I do all my WordPress upgrades manually. I still get notifications of new versions, but they are not installed automatically. This allows me to stage my upgrade, run backups, and generally ensure I can recover if anything happens. Previous upgrades have always gone without a hitch, so I was not expecting any trouble from this one, but a minor change in my process resulted in an unnecessarily long down-time.
My upgrade process is fairly straightforward. On my local development machine I keep a source controlled version of the site. This version is my exact production site, with all my changes and customizations. When a new version comes out, I copy it over my development site. I can then inspect and merge all the modified files, giving me an updated version locally.
Once I am satisfied with the changes, I verify the site still runs locally, and then commit my local version. Next, I make a backup of my production database. Since I keep copies of all my content locally, I am less concerned with losing data then I am with speed of recovery. Having a fresh backup lets me instantly restore my state if the upgrade fails and I need to revert to the previous version. Much easier than trying to manually reload everything.
Once I have committed my local site to source control and saved the database, I am ready to move my site onto my production server. In the past, I have simply taken the site off-line and made the upgrade. This meant deleting the existing site and copying the upgraded version from my local machine via FTP.
This time, I decided to incorporate a technique I use on my other websites to minimize downtime. Instead of taking the site off-line so I can delete the existing site, I install the new version in a new directory alongside the existing version. When everything is ready, I simply point my server at the new directory, upgrade my database and Iâ€™m done. I could also do something similar with my database to avoid any downtime at all, but WordPress generally works well with old databases and upgrades them really quickly.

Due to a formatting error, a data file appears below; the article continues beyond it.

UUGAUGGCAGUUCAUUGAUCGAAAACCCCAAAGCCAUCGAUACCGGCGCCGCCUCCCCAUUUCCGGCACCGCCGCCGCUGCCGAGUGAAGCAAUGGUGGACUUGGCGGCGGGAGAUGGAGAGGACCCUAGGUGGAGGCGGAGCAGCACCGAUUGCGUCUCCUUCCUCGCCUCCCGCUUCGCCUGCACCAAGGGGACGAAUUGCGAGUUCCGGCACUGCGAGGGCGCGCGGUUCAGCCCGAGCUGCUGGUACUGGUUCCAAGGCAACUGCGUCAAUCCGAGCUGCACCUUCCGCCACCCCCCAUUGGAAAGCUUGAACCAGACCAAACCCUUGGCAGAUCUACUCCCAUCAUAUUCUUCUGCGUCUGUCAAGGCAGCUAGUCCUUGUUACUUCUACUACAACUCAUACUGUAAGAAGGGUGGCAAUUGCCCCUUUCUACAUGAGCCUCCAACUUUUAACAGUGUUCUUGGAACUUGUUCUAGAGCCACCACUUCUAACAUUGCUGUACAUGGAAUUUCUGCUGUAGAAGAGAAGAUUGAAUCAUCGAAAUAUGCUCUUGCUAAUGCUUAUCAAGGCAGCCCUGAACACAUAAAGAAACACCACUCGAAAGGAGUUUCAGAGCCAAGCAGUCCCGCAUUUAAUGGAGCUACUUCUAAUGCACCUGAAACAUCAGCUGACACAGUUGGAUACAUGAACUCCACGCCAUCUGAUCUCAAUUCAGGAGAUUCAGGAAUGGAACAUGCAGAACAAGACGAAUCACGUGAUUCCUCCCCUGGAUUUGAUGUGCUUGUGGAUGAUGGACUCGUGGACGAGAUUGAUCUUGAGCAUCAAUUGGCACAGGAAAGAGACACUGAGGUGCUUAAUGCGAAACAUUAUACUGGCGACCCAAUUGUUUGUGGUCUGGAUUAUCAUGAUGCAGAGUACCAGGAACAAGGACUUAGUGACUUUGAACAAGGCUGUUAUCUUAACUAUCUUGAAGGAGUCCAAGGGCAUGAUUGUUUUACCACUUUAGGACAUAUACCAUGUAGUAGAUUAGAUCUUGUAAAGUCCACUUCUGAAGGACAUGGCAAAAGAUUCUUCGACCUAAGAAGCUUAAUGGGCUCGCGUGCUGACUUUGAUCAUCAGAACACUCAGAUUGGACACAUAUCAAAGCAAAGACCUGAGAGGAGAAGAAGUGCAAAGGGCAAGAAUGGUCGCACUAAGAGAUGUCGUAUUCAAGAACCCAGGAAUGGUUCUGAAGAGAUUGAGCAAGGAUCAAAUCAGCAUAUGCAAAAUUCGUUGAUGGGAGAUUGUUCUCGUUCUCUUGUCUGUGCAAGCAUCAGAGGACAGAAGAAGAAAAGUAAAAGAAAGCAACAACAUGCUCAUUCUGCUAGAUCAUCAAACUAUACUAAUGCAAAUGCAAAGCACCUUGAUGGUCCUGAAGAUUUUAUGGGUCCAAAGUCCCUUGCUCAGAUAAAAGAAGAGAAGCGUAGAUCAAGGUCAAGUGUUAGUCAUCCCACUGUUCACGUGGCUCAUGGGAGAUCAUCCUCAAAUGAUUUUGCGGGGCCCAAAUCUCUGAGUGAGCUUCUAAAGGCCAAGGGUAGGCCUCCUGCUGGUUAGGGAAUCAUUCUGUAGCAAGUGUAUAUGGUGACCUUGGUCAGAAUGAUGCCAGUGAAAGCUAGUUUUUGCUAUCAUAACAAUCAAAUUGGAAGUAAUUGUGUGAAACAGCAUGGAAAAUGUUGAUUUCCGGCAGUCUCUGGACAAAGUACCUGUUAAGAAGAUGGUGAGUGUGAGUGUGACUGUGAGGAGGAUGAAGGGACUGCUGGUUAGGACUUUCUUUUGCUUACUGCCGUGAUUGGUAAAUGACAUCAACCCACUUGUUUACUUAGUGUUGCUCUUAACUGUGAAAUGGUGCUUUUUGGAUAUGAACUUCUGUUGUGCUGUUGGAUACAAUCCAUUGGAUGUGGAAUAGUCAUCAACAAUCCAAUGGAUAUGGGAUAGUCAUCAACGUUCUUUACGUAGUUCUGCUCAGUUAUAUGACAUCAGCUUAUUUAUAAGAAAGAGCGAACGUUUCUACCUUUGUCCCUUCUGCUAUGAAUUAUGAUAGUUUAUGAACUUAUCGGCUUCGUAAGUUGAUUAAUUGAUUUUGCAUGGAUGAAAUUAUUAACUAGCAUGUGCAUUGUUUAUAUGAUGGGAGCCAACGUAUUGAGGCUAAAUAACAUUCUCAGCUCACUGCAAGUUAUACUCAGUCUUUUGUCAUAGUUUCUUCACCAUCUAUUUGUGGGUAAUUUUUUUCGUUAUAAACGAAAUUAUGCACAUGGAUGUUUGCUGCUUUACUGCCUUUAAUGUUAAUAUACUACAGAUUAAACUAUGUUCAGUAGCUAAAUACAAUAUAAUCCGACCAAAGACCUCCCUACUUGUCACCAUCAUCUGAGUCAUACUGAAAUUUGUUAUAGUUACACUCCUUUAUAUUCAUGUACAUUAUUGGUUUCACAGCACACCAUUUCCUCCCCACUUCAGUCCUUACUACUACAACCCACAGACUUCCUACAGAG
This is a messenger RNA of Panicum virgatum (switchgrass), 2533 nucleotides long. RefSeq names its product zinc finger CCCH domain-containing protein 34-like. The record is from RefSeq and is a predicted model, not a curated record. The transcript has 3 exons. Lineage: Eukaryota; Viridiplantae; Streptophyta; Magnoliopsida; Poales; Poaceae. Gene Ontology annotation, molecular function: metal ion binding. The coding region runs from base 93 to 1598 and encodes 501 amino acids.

Initially everything looked successful. I switched the site over, jumped into the admin area to upgrade the database and jumped out to see how the new site was behaving.
The public website was blank. Completely empty. I tried restarting the server. Nothing.
I jumped back into the admin area, and it was working fine. Very odd. My next thought was something is wrong with my theme, so I navigated to the theme area:
ERROR: The theme directory "twentyfifteen" does not exist.
That was very odd. Mainly because I donâ€™t use the â€œTwenty Fifteenâ€ theme, so there was no reason for it to exist, but also because my theme was not listed at all. I double checked my installation and verified that my theme existed. I also uploaded a copy of the â€œTwenty Fifteenâ€ to see if I could recover the site while tracking the problem down.
No luck. My admin area still gave me the same error about â€œtwentyfifteenâ€ not existing.
At this point I was a little frustrated. The site ran flawlessly locally â€“ but for some reason returned a blank website on my production server. I was tempted to simply revert back to my old version and call it a day, but I donâ€™t like unsolved problems.
My next step was to disable all my plugins to verify that they were not causing problems, but when I went to the plugin section via my admin panel, it showed no plugins.
So whatever the issue was affected both my themes and my plugins. Just to be sure I renamed my plugin directory and checked again, but there was still no change.
That was when it hit me. My wp_config.php file defines the location of several directories relative to my website. It occurred to me that since I had a custom directory structure, it may still be pointing at my old site.
Sure enough, both the
WP_CONTENT_DIR and the
WPCACHEHOME variables were pointing to my old site. Once I updated them to point to my new site the blank screen went away and everything started working again.
So now I need to ensure my local machine uses the same directory names as my production server to ensure that no other path issues crop up for future deploys.